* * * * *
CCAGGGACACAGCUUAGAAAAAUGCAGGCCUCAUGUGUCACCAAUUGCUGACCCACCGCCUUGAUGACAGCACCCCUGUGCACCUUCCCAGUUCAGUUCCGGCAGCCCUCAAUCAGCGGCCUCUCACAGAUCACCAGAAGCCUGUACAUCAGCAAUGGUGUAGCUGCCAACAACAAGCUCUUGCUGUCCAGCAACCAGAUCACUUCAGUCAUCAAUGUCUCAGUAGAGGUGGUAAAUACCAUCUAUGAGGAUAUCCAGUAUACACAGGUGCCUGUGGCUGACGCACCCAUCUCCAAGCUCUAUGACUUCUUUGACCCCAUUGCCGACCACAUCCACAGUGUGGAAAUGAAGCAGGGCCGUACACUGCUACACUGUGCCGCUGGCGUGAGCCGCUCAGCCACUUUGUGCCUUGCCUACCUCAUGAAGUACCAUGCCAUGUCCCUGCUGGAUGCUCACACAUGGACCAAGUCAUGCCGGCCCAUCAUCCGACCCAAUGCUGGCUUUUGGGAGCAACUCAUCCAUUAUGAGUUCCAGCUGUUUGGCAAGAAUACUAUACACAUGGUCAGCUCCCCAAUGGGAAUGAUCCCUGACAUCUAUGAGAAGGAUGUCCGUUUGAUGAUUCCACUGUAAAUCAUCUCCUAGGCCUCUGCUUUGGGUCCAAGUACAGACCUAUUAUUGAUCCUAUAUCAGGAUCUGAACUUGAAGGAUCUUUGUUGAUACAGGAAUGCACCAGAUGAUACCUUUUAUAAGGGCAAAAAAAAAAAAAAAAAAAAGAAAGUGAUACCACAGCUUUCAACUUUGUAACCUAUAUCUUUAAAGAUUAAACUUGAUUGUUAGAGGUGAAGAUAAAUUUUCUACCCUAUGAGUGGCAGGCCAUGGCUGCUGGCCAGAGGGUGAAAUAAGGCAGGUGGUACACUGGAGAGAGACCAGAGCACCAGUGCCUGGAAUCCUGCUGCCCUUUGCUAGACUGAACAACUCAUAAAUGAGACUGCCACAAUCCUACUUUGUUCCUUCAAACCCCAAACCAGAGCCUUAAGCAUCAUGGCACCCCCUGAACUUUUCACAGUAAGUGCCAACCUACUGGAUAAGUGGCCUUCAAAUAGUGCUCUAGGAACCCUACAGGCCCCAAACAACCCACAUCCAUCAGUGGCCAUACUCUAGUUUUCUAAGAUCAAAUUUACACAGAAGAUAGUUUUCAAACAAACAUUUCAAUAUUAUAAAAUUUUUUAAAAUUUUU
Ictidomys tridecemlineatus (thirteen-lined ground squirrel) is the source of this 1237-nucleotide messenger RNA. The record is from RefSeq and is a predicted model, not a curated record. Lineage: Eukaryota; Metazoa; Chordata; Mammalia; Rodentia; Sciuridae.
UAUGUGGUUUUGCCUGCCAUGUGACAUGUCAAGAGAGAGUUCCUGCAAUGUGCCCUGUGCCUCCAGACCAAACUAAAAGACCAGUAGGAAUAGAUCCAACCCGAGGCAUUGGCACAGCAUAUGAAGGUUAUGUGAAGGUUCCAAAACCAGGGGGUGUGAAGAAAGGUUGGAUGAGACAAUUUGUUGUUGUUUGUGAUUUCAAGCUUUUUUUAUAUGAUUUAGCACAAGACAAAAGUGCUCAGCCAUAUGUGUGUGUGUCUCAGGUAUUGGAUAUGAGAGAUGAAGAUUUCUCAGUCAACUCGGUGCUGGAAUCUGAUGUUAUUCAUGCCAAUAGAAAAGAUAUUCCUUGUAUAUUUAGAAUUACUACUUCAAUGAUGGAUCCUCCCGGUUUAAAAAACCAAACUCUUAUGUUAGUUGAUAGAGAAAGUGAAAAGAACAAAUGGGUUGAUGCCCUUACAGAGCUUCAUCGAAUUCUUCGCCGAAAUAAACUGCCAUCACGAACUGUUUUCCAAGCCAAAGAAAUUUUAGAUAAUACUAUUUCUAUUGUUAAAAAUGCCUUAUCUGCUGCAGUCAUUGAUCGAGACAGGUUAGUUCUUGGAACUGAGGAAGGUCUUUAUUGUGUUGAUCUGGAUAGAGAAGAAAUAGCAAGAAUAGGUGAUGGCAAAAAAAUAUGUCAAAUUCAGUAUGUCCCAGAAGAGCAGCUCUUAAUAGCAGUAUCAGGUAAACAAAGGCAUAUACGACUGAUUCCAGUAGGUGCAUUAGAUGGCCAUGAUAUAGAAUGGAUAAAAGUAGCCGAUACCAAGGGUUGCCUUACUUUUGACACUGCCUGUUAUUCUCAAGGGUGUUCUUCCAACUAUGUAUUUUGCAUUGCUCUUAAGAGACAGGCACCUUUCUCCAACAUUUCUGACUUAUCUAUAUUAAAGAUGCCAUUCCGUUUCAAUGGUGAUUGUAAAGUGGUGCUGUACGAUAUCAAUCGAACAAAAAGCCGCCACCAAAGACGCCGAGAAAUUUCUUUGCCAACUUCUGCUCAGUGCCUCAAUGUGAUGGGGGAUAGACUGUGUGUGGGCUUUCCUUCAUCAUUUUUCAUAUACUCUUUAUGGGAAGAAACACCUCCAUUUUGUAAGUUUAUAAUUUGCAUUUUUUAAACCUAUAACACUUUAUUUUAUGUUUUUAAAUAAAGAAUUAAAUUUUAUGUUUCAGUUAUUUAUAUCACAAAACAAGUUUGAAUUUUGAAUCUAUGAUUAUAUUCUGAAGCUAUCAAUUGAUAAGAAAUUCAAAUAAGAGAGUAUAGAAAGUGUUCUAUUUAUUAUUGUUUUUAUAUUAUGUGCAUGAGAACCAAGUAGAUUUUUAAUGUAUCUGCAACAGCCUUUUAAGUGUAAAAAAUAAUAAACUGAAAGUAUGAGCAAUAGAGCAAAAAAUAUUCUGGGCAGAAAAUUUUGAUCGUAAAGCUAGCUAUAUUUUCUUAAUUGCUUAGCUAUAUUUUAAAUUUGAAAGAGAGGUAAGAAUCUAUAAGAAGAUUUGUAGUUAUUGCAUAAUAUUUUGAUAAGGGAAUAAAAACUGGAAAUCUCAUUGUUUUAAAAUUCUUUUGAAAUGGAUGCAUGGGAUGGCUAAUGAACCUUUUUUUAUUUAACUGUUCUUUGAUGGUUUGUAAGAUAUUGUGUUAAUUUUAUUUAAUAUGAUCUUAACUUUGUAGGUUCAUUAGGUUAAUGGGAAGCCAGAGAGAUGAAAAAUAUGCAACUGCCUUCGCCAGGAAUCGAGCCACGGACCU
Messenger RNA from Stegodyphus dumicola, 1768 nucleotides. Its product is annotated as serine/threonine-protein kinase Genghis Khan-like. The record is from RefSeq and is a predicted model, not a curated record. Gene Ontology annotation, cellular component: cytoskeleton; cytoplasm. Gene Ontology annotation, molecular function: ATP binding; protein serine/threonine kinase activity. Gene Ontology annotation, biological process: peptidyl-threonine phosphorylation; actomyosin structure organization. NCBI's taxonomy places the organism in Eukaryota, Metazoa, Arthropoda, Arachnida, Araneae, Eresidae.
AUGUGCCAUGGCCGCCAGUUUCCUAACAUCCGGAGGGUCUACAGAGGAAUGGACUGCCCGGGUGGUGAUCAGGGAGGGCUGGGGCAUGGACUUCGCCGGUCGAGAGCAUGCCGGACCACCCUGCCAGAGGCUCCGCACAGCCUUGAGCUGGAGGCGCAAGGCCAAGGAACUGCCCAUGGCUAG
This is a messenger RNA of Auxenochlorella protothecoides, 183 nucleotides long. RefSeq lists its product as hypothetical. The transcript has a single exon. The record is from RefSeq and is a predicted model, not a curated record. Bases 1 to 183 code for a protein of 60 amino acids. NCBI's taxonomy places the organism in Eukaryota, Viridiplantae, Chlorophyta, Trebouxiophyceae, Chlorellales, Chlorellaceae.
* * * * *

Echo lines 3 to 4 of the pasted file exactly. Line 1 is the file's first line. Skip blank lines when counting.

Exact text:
UAUGUGGUUUUGCCUGCCAUGUGACAUGUCAAGAGAGAGUUCCUGCAAUGUGCCCUGUGCCUCCAGACCAAACUAAAAGACCAGUAGGAAUAGAUCCAACCCGAGGCAUUGGCACAGCAUAUGAAGGUUAUGUGAAGGUUCCAAAACCAGGGGGUGUGAAGAAAGGUUGGAUGAGACAAUUUGUUGUUGUUUGUGAUUUCAAGCUUUUUUUAUAUGAUUUAGCACAAGACAAAAGUGCUCAGCCAUAUGUGUGUGUGUCUCAGGUAUUGGAUAUGAGAGAUGAAGAUUUCUCAGUCAACUCGGUGCUGGAAUCUGAUGUUAUUCAUGCCAAUAGAAAAGAUAUUCCUUGUAUAUUUAGAAUUACUACUUCAAUGAUGGAUCCUCCCGGUUUAAAAAACCAAACUCUUAUGUUAGUUGAUAGAGAAAGUGAAAAGAACAAAUGGGUUGAUGCCCUUACAGAGCUUCAUCGAAUUCUUCGCCGAAAUAAACUGCCAUCACGAACUGUUUUCCAAGCCAAAGAAAUUUUAGAUAAUACUAUUUCUAUUGUUAAAAAUGCCUUAUCUGCUGCAGUCAUUGAUCGAGACAGGUUAGUUCUUGGAACUGAGGAAGGUCUUUAUUGUGUUGAUCUGGAUAGAGAAGAAAUAGCAAGAAUAGGUGAUGGCAAAAAAAUAUGUCAAAUUCAGUAUGUCCCAGAAGAGCAGCUCUUAAUAGCAGUAUCAGGUAAACAAAGGCAUAUACGACUGAUUCCAGUAGGUGCAUUAGAUGGCCAUGAUAUAGAAUGGAUAAAAGUAGCCGAUACCAAGGGUUGCCUUACUUUUGACACUGCCUGUUAUUCUCAAGGGUGUUCUUCCAACUAUGUAUUUUGCAUUGCUCUUAAGAGACAGGCACCUUUCUCCAACAUUUCUGACUUAUCUAUAUUAAAGAUGCCAUUCCGUUUCAAUGGUGAUUGUAAAGUGGUGCUGUACGAUAUCAAUCGAACAAAAAGCCGCCACCAAAGACGCCGAGAAAUUUCUUUGCCAACUUCUGCUCAGUGCCUCAAUGUGAUGGGGGAUAGACUGUGUGUGGGCUUUCCUUCAUCAUUUUUCAUAUACUCUUUAUGGGAAGAAACACCUCCAUUUUGUAAGUUUAUAAUUUGCAUUUUUUAAACCUAUAACACUUUAUUUUAUGUUUUUAAAUAAAGAAUUAAAUUUUAUGUUUCAGUUAUUUAUAUCACAAAACAAGUUUGAAUUUUGAAUCUAUGAUUAUAUUCUGAAGCUAUCAAUUGAUAAGAAAUUCAAAUAAGAGAGUAUAGAAAGUGUUCUAUUUAUUAUUGUUUUUAUAUUAUGUGCAUGAGAACCAAGUAGAUUUUUAAUGUAUCUGCAACAGCCUUUUAAGUGUAAAAAAUAAUAAACUGAAAGUAUGAGCAAUAGAGCAAAAAAUAUUCUGGGCAGAAAAUUUUGAUCGUAAAGCUAGCUAUAUUUUCUUAAUUGCUUAGCUAUAUUUUAAAUUUGAAAGAGAGGUAAGAAUCUAUAAGAAGAUUUGUAGUUAUUGCAUAAUAUUUUGAUAAGGGAAUAAAAACUGGAAAUCUCAUUGUUUUAAAAUUCUUUUGAAAUGGAUGCAUGGGAUGGCUAAUGAACCUUUUUUUAUUUAACUGUUCUUUGAUGGUUUGUAAGAUAUUGUGUUAAUUUUAUUUAAUAUGAUCUUAACUUUGUAGGUUCAUUAGGUUAAUGGGAAGCCAGAGAGAUGAAAAAUAUGCAACUGCCUUCGCCAGGAAUCGAGCCACGGACCU
Messenger RNA from Stegodyphus dumicola, 1768 nucleotides. Its product is annotated as serine/threonine-protein kinase Genghis Khan-like. The record is from RefSeq and is a predicted model, not a curated record. Gene Ontology annotation, cellular component: cytoskeleton; cytoplasm. Gene Ontology annotation, molecular function: ATP binding; protein serine/threonine kinase activity. Gene Ontology annotation, biological process: peptidyl-threonine phosphorylation; actomyosin structure organization. NCBI's taxonomy places the organism in Eukaryota, Metazoa, Arthropoda, Arachnida, Araneae, Eresidae.